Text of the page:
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Promiscuity Stalls Extinction, Fly Study

Update Date: Apr 02, 2014 02:23 PM EDT
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Promiscuous females stall male extinction, according to a new study on fruit flies.

Scientists at the University of Liverpool discovered flies in the northern parts of the United States are more promiscuous. Mating with several partners helps reduce the occurrence of an X chromosome that leads to the production of only female offspring, according to researchers.

Researchers said that this selfish genetic element (SGE) tries to replicate itself by killing sperm that carry the Y chromosome. One detrimental side effect of this selfish genetic element is that males with the gene tend to produce fewer sperm. Researchers believe that female fruit flies take advantage of this weakness by mating with several partners to increase the probability of reproducing with SGE-free males with higher sperm count.

The latest study showed a strong correlation between the number of mates and the prevalence of the gene by gathering samples of fruit flies from seven sites in the United States.

Previous studies have already revealed that southern population of the fly had a higher prevalence of the gene compared to their northern counterparts. Therefore, researchers hypothesized that this was because northern flies are more promiscuous.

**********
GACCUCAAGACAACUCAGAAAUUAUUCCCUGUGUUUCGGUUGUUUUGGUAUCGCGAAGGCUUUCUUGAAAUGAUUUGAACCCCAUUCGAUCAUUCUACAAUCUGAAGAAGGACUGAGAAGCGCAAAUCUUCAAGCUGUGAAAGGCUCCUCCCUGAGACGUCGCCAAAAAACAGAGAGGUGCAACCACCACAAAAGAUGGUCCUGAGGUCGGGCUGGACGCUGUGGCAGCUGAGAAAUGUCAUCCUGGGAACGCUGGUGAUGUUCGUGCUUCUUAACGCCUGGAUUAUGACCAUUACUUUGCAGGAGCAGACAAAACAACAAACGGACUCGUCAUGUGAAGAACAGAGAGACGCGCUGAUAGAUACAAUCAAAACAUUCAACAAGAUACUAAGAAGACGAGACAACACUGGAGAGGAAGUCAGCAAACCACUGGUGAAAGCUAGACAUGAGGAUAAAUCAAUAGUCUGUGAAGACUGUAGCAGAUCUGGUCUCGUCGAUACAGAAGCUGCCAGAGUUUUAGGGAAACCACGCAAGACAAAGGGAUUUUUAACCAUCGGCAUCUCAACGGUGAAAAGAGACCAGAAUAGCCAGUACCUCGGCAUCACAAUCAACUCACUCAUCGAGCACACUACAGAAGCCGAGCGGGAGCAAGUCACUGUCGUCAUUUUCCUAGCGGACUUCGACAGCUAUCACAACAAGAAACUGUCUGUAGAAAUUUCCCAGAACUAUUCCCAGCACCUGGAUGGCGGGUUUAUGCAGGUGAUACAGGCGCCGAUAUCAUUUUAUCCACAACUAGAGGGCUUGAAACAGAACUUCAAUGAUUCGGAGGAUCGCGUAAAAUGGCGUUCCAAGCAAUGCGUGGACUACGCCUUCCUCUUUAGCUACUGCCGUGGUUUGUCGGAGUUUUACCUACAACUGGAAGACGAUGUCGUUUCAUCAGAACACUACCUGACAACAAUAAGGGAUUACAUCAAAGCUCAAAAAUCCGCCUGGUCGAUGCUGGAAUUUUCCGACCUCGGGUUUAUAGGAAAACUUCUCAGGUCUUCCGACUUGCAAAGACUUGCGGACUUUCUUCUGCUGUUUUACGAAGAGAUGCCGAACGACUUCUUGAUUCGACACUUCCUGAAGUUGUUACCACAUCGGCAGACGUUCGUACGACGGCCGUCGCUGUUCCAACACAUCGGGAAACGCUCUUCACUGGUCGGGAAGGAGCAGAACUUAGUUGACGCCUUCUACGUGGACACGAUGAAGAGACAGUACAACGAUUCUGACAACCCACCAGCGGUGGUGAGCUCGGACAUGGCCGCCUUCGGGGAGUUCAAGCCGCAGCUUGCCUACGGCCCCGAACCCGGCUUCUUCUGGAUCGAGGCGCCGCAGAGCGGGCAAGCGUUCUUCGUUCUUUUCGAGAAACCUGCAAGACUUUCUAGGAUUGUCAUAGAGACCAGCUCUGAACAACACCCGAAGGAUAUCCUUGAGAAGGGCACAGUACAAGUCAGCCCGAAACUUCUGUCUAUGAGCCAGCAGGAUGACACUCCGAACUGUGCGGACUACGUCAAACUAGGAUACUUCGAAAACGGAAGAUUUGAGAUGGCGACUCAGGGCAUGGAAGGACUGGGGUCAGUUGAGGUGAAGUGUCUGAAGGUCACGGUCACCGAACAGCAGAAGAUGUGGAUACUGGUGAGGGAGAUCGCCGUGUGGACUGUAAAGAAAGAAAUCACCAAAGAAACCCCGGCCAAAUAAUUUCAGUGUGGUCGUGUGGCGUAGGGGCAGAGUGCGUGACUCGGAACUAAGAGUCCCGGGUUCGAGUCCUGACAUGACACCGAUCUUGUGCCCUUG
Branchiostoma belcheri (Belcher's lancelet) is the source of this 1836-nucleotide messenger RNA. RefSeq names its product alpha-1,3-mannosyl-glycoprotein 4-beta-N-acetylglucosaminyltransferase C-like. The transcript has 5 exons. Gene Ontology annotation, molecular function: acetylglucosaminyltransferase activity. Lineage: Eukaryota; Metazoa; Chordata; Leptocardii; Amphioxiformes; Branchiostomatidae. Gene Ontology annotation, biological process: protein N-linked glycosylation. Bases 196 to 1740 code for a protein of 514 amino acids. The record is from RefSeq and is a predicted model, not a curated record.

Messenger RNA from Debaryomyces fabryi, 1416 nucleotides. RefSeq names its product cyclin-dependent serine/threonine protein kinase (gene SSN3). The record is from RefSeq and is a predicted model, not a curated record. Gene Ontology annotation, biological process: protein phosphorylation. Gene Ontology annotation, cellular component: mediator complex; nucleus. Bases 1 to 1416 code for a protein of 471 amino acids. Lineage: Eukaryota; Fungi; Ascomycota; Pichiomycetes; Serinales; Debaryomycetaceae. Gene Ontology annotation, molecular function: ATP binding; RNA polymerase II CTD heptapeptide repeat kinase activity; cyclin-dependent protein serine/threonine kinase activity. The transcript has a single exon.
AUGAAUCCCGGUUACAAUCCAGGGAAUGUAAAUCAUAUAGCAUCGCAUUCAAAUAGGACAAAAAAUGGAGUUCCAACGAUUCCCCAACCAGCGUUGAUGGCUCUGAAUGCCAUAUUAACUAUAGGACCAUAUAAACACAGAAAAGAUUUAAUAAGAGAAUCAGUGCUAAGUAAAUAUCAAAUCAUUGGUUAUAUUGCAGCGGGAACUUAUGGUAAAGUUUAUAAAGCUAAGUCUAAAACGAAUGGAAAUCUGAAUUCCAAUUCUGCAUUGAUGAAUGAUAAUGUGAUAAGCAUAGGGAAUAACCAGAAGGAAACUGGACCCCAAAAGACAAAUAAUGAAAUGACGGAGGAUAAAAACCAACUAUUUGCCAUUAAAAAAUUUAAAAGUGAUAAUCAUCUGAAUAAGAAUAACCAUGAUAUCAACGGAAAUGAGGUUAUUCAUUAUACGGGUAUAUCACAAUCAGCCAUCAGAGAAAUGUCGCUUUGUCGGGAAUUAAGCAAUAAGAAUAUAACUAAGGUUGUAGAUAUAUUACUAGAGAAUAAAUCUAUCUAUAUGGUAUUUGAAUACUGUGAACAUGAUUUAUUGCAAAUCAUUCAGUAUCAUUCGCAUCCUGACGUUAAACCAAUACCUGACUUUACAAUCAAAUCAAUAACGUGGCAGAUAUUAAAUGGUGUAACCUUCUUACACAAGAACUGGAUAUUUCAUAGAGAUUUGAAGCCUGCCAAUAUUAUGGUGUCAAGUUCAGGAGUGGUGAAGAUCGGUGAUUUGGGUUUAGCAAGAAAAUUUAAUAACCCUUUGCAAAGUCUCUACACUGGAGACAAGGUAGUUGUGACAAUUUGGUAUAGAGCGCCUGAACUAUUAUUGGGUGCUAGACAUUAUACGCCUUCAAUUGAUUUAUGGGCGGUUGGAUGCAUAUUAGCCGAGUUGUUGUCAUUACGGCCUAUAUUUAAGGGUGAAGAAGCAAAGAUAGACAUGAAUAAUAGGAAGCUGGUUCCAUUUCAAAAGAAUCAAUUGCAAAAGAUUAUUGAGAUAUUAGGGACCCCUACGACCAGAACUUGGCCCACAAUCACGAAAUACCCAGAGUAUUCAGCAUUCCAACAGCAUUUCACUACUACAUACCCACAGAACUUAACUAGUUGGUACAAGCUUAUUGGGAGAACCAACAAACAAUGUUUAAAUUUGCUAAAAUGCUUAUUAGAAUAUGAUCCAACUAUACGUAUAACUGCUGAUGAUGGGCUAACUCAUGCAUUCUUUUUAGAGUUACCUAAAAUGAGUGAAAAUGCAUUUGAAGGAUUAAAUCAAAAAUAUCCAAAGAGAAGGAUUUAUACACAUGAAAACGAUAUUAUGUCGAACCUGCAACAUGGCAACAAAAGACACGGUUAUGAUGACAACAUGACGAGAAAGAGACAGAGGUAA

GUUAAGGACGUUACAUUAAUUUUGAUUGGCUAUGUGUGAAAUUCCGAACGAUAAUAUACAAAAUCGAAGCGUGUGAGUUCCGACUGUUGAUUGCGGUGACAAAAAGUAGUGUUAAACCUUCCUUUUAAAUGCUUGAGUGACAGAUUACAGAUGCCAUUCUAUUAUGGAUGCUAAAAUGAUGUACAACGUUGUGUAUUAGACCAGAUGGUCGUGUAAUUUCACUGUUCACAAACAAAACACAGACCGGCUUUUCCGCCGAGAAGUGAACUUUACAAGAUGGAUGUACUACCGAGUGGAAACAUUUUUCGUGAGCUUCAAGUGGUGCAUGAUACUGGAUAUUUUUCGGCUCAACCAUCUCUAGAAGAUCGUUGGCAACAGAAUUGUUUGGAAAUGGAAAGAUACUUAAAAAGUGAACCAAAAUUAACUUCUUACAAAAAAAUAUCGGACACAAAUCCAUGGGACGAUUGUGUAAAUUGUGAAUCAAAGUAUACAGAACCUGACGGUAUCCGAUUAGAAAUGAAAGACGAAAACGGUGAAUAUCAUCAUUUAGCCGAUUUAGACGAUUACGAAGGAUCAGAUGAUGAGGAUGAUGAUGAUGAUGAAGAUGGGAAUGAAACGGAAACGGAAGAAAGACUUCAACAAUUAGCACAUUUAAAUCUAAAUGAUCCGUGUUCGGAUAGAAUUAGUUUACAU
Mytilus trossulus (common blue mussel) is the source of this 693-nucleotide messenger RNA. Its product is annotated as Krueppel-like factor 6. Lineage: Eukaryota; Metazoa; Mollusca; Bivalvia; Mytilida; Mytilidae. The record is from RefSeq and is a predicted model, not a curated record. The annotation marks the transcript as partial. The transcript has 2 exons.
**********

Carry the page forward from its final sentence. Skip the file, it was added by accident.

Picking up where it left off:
The current study revealed that when females were only allowed to mate once, the SGE gene spread rapidly enough through populations to drive them extinct in only nine generations.

"If this particular SGE was to spread to every male in a population, then no more males would be born, and the population, or even the whole species, would become extinct," Evolutionary biologist Dr. Tom Price from the University of Liverpool's Institute of Integrative Biology, said in a university release.

The study also revealed that northern flies were more likely than southern flies to mate more often. Northern flies were also prepared to mate against significantly more quickly than southern flies. Researchers explain that a combination of this type of behavior is more effective at limiting the spread of SGE.

"There are a large number of these SGE genes in many organisms, which selfishly increase their own success while damaging the health of individuals and the species as a whole, but in this case the flies have developed mechanisms to limit their impact," Price explained. "Females with a high sex drive and males with a high sperm count are keeping this species going."

The findings are published in the Proceedings of the Royal Society.

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